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This post is part of the Homeschool Mum Takeaway Series!
In my early years of homeschooling, I did what most moms do: I purchased textbooks, handed them to my children, and required that each and every page be complete. If they didn’t do it by a certain date, we were suddenly “behind.”
And guess what? It happened. It happened to me and it happens to many of us.
Whether it was difficult subject matter, handwriting, or life circumstances, we didn’t always complete the required number of pages. I started to feel like a failure. And so did my oldest daughter.
For her, it was the fact that she didn’t like to write. It was slow, painful work for her. She understood the lessons and knew the answers to the questions. But writing was her enemy. Filling in answers to questions or doing endless assignments resulted in tears almost daily.
I was freed that day, and my children would be free for years to come.
Out of desperation, I sent an email to Sally Clarkson asking what to do. She was so sweet and matter-of-fact: “Just let her give you the answers verbally.” It was so simple, and yet, had never crossed my mind. I was freed that day, and my children would be free for years to come.
What I Learned
What I learned, slowly but consistently, is that any school book, textbook, or workbook is a guide. You are the teacher. You are the boss. The books assist YOU in teaching your children; not the other way around.
As moms, especially those who were never school teachers, we often feel inadequate to determine what our kids need in the area of education. But let me promise you: you do know what’s best. It comes with a bit of time, and some critical assessment of your curriculum.
Any curriculum, even the top rated, most popular one will include portions that may be too hard, too easy, or just plain unnecessary. And it’s okay for you to make that judgement call.
You see, every child is unique. And there are so many different options in curriculum for homeschoolers that have their own scope and sequence. No two will be exactly alike. (That’s a good thing, too! It gives us choices!) So, if you skip ahead, or spend more than a “school year” on one book, it’s not going to mess up your child.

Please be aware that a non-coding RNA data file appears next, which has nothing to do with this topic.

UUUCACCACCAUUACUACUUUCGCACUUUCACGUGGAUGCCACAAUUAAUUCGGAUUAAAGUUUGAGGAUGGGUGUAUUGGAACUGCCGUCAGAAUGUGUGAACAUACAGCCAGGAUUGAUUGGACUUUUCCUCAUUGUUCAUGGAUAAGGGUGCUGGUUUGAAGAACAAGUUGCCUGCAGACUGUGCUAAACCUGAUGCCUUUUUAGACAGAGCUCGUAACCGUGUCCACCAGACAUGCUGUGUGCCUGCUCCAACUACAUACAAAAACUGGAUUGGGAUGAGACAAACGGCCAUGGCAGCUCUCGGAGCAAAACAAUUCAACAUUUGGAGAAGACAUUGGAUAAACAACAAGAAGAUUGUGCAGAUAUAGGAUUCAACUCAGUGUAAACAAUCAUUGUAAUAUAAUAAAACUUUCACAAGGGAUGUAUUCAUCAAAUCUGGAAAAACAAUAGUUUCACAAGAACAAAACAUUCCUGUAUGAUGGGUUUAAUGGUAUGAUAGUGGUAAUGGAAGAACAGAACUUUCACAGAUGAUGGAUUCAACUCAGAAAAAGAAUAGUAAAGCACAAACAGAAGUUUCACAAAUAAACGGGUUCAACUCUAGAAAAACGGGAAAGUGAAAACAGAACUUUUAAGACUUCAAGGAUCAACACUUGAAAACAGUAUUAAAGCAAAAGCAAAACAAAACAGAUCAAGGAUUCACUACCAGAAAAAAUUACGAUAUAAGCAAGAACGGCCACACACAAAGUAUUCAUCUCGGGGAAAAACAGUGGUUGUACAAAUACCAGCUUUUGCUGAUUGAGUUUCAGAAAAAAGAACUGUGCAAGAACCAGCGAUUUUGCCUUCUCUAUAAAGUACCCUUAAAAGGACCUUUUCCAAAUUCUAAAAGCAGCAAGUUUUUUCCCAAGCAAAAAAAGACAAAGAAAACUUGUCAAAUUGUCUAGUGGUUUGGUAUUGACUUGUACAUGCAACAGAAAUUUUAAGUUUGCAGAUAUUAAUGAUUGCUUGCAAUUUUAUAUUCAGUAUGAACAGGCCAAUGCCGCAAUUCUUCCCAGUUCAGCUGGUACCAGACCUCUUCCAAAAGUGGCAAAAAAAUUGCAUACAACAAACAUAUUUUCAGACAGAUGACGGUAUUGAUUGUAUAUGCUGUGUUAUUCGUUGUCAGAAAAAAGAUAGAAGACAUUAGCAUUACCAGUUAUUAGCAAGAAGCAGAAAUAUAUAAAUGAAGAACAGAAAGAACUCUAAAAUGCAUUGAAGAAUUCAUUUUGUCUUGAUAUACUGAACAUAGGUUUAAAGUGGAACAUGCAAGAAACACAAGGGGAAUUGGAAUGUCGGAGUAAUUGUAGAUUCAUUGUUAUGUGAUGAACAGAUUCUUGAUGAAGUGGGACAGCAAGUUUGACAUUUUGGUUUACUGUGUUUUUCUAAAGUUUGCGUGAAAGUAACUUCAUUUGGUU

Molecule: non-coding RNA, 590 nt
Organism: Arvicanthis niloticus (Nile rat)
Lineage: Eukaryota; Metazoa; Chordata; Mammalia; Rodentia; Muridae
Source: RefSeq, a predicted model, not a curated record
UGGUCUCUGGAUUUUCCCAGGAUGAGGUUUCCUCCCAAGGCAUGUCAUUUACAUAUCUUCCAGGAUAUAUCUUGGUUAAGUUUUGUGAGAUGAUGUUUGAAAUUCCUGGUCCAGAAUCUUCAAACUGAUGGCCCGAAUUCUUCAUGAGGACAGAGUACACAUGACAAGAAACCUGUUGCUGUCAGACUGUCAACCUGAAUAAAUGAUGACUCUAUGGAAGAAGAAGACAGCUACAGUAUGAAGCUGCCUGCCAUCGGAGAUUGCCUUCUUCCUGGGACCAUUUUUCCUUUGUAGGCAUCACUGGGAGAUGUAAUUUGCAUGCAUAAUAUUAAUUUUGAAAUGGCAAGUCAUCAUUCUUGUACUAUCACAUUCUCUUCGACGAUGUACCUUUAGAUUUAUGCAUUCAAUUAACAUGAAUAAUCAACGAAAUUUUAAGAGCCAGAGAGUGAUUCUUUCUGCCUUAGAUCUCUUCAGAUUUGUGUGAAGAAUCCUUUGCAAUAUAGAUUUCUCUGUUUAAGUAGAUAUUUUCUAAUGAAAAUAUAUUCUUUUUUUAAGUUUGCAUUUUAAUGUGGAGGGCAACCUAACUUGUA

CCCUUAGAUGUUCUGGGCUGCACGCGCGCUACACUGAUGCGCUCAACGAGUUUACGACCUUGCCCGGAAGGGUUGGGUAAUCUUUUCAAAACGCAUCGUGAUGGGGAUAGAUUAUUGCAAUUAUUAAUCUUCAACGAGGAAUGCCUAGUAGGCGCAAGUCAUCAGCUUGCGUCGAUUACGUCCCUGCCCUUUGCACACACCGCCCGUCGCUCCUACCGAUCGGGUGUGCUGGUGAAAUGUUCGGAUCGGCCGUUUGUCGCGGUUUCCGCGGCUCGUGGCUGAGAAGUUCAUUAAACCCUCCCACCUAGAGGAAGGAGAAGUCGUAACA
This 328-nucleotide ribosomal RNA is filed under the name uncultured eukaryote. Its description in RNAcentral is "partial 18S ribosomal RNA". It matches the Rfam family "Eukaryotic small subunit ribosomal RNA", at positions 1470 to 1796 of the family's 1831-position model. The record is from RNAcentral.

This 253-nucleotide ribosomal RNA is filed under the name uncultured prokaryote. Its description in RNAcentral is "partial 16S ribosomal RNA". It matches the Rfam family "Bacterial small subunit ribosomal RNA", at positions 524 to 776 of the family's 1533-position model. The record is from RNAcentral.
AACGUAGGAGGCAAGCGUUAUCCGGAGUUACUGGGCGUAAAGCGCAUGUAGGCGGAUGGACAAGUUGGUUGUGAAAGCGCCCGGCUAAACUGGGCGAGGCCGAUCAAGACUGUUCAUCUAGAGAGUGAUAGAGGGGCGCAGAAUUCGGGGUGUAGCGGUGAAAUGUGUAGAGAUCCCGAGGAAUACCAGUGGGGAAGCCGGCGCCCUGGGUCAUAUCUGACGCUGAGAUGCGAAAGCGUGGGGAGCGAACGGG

So when should you overrule the school books?
This is on a case-by-case basis, but some common examples are:
1. Busy work.
Worksheets and exercises that force a child to do work that has been visibly mastered is a waste of time, and often causes boredom and frustration. Skip those and move ahead.
2. Not enough practice or drill.
Your observation is key here. If your child is not grasping a concept, but the workbook moves on, stop and keep trying. Find other sources for the info. Find other ways to explain it. Education is about mastery, not just “work.” In so many cases, one concept builds on another.
3. Too much practice or drill.
Yes, the opposite can be a problem for some. Can your child learn math concepts with 20 practice problems instead of 50? Yes. Assess your child’s ability and adjust the assignments accordingly.
4. Learning styles or disabilities.
With my daughter, verbal learning was helpful until she got older. With my sons, short “table” sessions interspersed with physical play are absolutely necessary. Other children will have different needs, some physical, some spatial, some just developmental. Adjust the assignments to fit your child while still helping them to learn and grow.
Note: If you find that you must override something in your curriculum, this doesn’t make the curriculum a bad choice! Don’t give up on it; just make the adjustments you need. You will know if it’s time to make a major switch, but don’t immediately throw out the baby with the bath water.
Moms, you know your child best! It is not only possible, but it is wise to make those executive decisions on your curriculum. Trust your instincts and let education be fun.
Education is not “one size fits all.” Neither are workbooks. Don’t let them be your master. Let them be your guide.
About The Author
Nicki Truesdell is a 2nd-generation homeschooler and mother to 5. She is a homemaker at heart, and loves books, freedom, history and quilts, and blogs about all of these at nickitruesdell.com. She believes that homeschooling can be relaxed and that history is fun, and both can be done with minimal cost or stress, no matter your family’s circumstances. Nicki is a member of the Texas Home Educators Advisory Board. You can follow her on Instagram, Facebook, Twitter, and Pinterest.
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